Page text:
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Breastfeeding Advice: For the Days You Want to Throw in the Towel

Breastfeeding Advice: For the Days You Want to Throw in the Towel #breastfeeding #adviceBreastfeeding advice. It comes in all shapes and sizes. Some is very helpful. Some constructive. Some advice-givers might mean well but may not be helpful. Some advice is downright harmful.

When I first started breastfeeding over six years ago, I received all sorts of advice. Most was helpful or at least well meaning. I was a new mom and really had no idea if the advice was good or bad until I had a few miles under my belt.

Not-So-Great Breastfeeding Advice

One of the worst sentiments I was told repeatedly is that breastfeeding is a magical experience. That it is just amazing to stare into the eyes of your little babe while he gets all of his nutrition from you – it’s the best experience in the world.

For me, it wasn’t. And expecting it to be all rainbows and butterflies and feeling otherwise made me feel like a failure. Did I not love my baby like other moms? Was I just not cut out for motherhood? Was I messing up my child from the first day?

We had our struggles. Baby struggled to gain weight. We struggled with latch. With postpartum depression. With severe anxiety. With postpartum thyroiditis. I am so thankful for a very loving group of moms I met in a forum. It was there that I received the best breastfeeding advice of all:

Never quit on your worst day.

I’m now two years into nursing my third baby. Struggles this time around have been few. I do enjoy breastfeeding more than with my first, but I still don’t do the “staring into his eyes” the whole time he eats. From time to time, yes. And that’s ok.

We’re in a unique situation where we are living in one state with my parents while hubby lives in another and works while we build a home. I’ve been having days where I want to throw in the towel. Days where I actually resent my little boy for needing to nurse when I would rather be spending a few precious moments with the hubby. When I admit to myself that I am feeling resentful, I feel like a bad mom.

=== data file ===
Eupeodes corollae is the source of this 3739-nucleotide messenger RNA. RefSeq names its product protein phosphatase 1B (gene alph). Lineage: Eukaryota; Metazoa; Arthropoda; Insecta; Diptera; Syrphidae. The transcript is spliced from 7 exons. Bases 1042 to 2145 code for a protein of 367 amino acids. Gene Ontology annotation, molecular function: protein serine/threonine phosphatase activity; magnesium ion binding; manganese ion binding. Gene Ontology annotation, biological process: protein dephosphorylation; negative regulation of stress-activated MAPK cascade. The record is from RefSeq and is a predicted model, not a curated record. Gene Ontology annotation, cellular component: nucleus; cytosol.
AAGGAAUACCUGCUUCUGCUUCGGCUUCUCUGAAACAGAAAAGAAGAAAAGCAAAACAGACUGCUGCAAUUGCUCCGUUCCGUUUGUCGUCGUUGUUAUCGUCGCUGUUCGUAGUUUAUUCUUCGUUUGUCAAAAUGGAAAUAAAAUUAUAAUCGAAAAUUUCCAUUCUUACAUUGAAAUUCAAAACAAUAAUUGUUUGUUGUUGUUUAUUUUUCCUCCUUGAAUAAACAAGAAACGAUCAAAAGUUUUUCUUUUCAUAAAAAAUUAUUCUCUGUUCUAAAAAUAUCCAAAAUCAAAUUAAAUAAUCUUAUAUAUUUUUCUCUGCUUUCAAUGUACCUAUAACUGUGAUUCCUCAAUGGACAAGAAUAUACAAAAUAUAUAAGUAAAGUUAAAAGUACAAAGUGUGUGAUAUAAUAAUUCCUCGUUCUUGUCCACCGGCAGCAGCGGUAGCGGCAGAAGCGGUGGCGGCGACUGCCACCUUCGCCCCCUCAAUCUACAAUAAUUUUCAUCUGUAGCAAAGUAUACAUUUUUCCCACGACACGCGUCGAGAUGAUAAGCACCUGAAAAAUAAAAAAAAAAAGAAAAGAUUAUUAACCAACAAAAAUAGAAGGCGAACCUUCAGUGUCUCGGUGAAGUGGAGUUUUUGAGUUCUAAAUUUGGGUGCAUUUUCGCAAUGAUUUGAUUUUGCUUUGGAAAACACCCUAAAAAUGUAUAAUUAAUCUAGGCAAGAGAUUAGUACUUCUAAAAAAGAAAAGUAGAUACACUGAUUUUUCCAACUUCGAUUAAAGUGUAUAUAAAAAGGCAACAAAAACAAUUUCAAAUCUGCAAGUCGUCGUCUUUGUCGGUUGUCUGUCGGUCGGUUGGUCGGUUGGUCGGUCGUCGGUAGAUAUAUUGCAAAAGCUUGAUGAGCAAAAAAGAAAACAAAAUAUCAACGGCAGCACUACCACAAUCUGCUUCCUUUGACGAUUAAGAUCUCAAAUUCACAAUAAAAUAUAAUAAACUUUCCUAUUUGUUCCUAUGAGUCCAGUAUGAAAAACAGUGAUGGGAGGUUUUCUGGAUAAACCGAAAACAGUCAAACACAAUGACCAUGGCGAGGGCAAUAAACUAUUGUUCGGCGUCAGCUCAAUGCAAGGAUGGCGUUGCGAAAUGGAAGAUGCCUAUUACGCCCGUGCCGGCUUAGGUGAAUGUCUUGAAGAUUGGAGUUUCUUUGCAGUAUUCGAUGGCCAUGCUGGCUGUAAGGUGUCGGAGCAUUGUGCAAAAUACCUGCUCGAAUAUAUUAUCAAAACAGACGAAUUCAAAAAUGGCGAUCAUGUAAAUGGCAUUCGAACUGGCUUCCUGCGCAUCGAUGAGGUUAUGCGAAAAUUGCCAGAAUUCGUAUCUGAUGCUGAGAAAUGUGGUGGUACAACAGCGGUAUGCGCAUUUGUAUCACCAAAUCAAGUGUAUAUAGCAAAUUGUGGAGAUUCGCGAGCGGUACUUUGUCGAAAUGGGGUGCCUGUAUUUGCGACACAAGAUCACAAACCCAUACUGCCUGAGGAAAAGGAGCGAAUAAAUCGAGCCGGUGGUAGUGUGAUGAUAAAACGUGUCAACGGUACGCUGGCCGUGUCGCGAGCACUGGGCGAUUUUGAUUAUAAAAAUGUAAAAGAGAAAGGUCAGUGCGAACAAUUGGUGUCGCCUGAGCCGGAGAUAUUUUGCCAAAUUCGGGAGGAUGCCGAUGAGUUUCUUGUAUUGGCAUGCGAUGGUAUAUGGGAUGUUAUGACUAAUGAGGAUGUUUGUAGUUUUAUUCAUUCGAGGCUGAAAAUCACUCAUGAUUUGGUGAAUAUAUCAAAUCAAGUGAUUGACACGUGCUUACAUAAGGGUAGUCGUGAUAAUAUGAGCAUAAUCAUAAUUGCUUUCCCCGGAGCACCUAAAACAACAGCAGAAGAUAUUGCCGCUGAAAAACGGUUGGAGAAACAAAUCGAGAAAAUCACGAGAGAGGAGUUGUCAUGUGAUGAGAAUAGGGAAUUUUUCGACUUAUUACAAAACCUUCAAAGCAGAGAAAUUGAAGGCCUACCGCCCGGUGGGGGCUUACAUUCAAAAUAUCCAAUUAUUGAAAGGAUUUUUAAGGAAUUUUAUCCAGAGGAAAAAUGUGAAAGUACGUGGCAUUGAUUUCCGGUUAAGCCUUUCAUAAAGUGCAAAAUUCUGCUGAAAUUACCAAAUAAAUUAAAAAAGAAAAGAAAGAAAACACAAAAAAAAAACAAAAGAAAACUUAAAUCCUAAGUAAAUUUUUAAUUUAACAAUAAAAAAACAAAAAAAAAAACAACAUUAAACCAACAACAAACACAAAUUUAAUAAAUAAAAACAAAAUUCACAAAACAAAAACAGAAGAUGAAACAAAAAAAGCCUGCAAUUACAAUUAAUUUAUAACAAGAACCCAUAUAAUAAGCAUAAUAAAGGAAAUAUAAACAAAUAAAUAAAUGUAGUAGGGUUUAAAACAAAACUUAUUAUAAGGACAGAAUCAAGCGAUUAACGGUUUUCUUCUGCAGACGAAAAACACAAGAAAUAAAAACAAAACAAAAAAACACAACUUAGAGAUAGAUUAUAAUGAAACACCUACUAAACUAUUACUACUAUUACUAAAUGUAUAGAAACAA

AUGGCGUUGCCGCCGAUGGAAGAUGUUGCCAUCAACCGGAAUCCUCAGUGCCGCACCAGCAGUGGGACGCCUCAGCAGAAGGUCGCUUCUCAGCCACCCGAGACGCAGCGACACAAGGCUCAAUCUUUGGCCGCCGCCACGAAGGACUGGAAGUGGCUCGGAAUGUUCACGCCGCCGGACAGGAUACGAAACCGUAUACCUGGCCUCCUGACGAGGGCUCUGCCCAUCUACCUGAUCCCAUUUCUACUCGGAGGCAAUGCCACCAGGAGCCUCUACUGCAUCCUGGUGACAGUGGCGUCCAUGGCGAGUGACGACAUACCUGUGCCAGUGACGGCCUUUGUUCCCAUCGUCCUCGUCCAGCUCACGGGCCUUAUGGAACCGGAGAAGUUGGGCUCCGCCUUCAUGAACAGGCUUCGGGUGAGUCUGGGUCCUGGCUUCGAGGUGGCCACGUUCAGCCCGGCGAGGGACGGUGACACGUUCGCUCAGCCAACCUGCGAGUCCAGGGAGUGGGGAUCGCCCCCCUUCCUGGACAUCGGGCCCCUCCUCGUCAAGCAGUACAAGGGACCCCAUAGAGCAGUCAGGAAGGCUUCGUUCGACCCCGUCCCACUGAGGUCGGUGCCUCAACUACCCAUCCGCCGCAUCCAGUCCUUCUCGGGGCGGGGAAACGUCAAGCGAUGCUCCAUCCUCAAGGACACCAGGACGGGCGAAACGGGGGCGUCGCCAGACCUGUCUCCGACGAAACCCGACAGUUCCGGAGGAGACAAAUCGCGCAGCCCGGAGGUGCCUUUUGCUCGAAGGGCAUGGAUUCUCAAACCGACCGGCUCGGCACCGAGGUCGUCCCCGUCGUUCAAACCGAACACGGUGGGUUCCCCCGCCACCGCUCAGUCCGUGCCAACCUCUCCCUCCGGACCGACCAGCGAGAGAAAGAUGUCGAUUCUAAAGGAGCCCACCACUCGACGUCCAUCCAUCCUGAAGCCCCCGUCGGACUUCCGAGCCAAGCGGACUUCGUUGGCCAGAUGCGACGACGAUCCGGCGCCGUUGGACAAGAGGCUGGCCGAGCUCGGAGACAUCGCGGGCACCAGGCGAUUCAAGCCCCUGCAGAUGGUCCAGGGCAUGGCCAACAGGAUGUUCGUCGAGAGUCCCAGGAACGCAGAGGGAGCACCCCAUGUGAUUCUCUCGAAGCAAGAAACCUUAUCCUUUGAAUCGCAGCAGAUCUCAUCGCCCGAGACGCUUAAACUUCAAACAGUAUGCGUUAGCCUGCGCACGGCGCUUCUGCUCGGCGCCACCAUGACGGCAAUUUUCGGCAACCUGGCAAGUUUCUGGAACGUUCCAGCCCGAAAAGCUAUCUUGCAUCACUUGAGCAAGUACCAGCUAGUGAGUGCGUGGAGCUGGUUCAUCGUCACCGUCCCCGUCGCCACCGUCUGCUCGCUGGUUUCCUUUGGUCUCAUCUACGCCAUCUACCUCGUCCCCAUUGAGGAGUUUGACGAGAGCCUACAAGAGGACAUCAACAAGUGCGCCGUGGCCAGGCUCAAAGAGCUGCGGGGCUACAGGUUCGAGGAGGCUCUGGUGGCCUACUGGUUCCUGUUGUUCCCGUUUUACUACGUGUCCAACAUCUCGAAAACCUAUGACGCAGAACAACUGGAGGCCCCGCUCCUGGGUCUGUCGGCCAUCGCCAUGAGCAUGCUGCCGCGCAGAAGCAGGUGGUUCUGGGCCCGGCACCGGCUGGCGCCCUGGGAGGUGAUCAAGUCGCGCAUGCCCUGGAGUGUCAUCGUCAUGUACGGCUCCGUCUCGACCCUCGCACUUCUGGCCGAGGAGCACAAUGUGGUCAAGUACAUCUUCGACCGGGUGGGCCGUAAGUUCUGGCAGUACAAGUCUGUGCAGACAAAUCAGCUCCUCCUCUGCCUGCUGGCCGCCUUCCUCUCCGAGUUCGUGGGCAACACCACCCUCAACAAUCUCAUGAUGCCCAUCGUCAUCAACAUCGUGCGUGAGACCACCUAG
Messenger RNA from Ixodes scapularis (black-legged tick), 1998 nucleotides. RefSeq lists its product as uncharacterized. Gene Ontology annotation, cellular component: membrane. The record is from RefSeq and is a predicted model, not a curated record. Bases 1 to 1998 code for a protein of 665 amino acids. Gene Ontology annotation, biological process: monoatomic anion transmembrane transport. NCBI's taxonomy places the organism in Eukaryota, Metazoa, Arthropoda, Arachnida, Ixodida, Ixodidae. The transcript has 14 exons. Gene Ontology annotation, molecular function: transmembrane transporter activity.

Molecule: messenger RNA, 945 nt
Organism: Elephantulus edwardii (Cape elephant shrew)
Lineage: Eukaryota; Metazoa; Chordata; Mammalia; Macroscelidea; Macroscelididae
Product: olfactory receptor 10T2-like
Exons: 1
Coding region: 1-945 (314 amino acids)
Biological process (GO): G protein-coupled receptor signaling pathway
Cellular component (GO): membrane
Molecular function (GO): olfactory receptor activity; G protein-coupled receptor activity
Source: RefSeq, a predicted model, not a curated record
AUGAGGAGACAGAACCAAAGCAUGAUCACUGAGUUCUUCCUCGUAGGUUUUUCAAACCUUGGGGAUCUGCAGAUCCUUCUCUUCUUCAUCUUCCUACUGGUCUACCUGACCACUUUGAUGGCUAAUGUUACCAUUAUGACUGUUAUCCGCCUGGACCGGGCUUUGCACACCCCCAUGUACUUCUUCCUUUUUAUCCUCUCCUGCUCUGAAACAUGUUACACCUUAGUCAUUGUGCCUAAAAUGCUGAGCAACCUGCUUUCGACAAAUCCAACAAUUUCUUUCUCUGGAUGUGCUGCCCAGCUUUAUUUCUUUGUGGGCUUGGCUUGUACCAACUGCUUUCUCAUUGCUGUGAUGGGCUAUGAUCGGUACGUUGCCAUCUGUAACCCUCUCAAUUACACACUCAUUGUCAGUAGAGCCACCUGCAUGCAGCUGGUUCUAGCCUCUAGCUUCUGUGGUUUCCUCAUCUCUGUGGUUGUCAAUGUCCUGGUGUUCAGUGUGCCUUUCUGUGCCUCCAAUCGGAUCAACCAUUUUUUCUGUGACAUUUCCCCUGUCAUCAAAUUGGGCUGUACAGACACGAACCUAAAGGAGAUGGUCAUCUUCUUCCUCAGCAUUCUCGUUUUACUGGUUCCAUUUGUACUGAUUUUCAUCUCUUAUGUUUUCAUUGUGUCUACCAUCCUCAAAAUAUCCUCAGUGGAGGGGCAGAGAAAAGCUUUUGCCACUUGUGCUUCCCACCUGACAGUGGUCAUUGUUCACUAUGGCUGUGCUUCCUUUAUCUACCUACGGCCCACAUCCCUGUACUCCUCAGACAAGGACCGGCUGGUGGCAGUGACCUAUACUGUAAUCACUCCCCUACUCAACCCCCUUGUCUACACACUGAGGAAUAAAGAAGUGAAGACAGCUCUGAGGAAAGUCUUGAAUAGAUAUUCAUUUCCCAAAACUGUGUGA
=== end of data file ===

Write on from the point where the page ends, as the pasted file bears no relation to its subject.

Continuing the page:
The truth? This is normal. Most of the time, I absolutely love nursing my little man. He is growing so quickly but still needs that mama connection. When he nurses he becomes a baby all over again. Time freezes.

Though I’ve been having a string of days where I want to throw in the towel, I’m reminded of that advice. Never quit on my worst day. We will stop nursing when we are both ready. Until then, we’ll keep riding this roller-coaster called breastfeeding!

Take heart. Rough days will come. But you will come through to the other side! Just remember to not quit on your worst day. Avoid any regret. You’ve got this! We’re here to help!

What’s the worst breastfeeding advice you’ve ever received? What’s the best?

Sharing at My Joy-Filled Life.

Audra Michelle has been pregnant and/or breastfeeding for more than 6 years straight. Her first nursed for 15 months, her second for 14 months, and her third weaned at 27 months! Her first baby girl is thriving on breastmilk and will wean when she chooses.  Audra Michelle is a wife, mother, daughter, girlfriend, Jesus lover, and musician. You can find Audra Michelle blogging at UP and at Naturally Well.


  1. I had A LOT of pain at the beginning with my first. One week in I was cracked and bleeding. Baby was gaining weight like a champ and all the medical professionals were telling me “the latch looks good” and I’d say “but it hurts” to which they’d reply “if the latch is right it shouldn’t hurt.” So not helpful. At the one week mark (with a goal of breast feeding for at least a year) I broke down crying to my mother-in-law. I just felt like, “I can’t do this for 51 more weeks!!” She suggested I not make any decisions in the moment when I was so upset and in pain and that I commit to a much shorter time, like 2 weeks, and then reassess. (Best advice!) Two weeks sounded like an eternity, so the next day when I was more calm I spoke with my husband and decided on 10 days, including the one that had already passed. 9 days later (baby = 2.5 weeks) I was still having pain but it was definitely improving. I also had finally spoken with people who had similar experiences to me and said their pain improved in 4-6 weeks. In the end I nursed him for 18 months, until I was 5 months pregnant with my 2nd and was hospitalized for pneumonia. The recovery from pneumonia was lengthy so I changed my mind on plans to tandem nurse and weaned then.

  2. Worst advice was from a friend that basically told me to not let my tiny bub comfort suck “she’s just using you as a dummy”. Took it to heart and did the whole let her cry to sleep thing when she was 3 months old. Biggest regret. We changed our ways over the next few months and found our feet again. Weaned 2 weeks ago, I’m 32 weeks pregnant. Was admitted to hospital with bleeding so have since weaned. But we survived blocked ducts, crazy numbers of sleepless nights, a breast abscess, serious aversion and most of pregnancy. She’s now 2 🙂

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